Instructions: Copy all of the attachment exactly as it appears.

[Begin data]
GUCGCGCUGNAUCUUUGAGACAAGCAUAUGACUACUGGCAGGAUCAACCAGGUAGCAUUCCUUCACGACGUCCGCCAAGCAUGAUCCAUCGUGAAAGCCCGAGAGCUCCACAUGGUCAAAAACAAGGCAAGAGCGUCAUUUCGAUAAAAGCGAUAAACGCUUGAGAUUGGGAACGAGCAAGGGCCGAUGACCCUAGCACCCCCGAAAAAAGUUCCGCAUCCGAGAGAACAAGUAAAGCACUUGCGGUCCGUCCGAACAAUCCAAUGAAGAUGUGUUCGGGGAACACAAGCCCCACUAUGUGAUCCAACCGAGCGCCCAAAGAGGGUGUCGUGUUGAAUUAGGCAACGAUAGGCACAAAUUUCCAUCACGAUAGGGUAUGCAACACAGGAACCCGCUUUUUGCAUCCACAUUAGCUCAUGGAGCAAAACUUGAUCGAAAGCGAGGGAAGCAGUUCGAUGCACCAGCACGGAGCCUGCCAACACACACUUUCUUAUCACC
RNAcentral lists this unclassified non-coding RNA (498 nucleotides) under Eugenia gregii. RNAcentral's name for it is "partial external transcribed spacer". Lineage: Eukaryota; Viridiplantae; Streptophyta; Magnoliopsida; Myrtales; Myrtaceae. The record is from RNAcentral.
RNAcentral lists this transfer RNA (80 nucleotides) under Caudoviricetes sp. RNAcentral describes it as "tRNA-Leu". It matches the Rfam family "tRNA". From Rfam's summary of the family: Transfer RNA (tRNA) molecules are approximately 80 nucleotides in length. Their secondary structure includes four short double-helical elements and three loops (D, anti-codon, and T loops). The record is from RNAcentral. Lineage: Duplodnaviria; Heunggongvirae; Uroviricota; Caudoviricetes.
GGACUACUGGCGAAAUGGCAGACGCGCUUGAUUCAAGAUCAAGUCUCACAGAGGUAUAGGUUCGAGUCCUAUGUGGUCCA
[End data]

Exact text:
GUCGCGCUGNAUCUUUGAGACAAGCAUAUGACUACUGGCAGGAUCAACCAGGUAGCAUUCCUUCACGACGUCCGCCAAGCAUGAUCCAUCGUGAAAGCCCGAGAGCUCCACAUGGUCAAAAACAAGGCAAGAGCGUCAUUUCGAUAAAAGCGAUAAACGCUUGAGAUUGGGAACGAGCAAGGGCCGAUGACCCUAGCACCCCCGAAAAAAGUUCCGCAUCCGAGAGAACAAGUAAAGCACUUGCGGUCCGUCCGAACAAUCCAAUGAAGAUGUGUUCGGGGAACACAAGCCCCACUAUGUGAUCCAACCGAGCGCCCAAAGAGGGUGUCGUGUUGAAUUAGGCAACGAUAGGCACAAAUUUCCAUCACGAUAGGGUAUGCAACACAGGAACCCGCUUUUUGCAUCCACAUUAGCUCAUGGAGCAAAACUUGAUCGAAAGCGAGGGAAGCAGUUCGAUGCACCAGCACGGAGCCUGCCAACACACACUUUCUUAUCACC
RNAcentral lists this unclassified non-coding RNA (498 nucleotides) under Eugenia gregii. RNAcentral's name for it is "partial external transcribed spacer". Lineage: Eukaryota; Viridiplantae; Streptophyta; Magnoliopsida; Myrtales; Myrtaceae. The record is from RNAcentral.
RNAcentral lists this transfer RNA (80 nucleotides) under Caudoviricetes sp. RNAcentral describes it as "tRNA-Leu". It matches the Rfam family "tRNA". From Rfam's summary of the family: Transfer RNA (tRNA) molecules are approximately 80 nucleotides in length. Their secondary structure includes four short double-helical elements and three loops (D, anti-codon, and T loops). The record is from RNAcentral. Lineage: Duplodnaviria; Heunggongvirae; Uroviricota; Caudoviricetes.
GGACUACUGGCGAAAUGGCAGACGCGCUUGAUUCAAGAUCAAGUCUCACAGAGGUAUAGGUUCGAGUCCUAUGUGGUCCA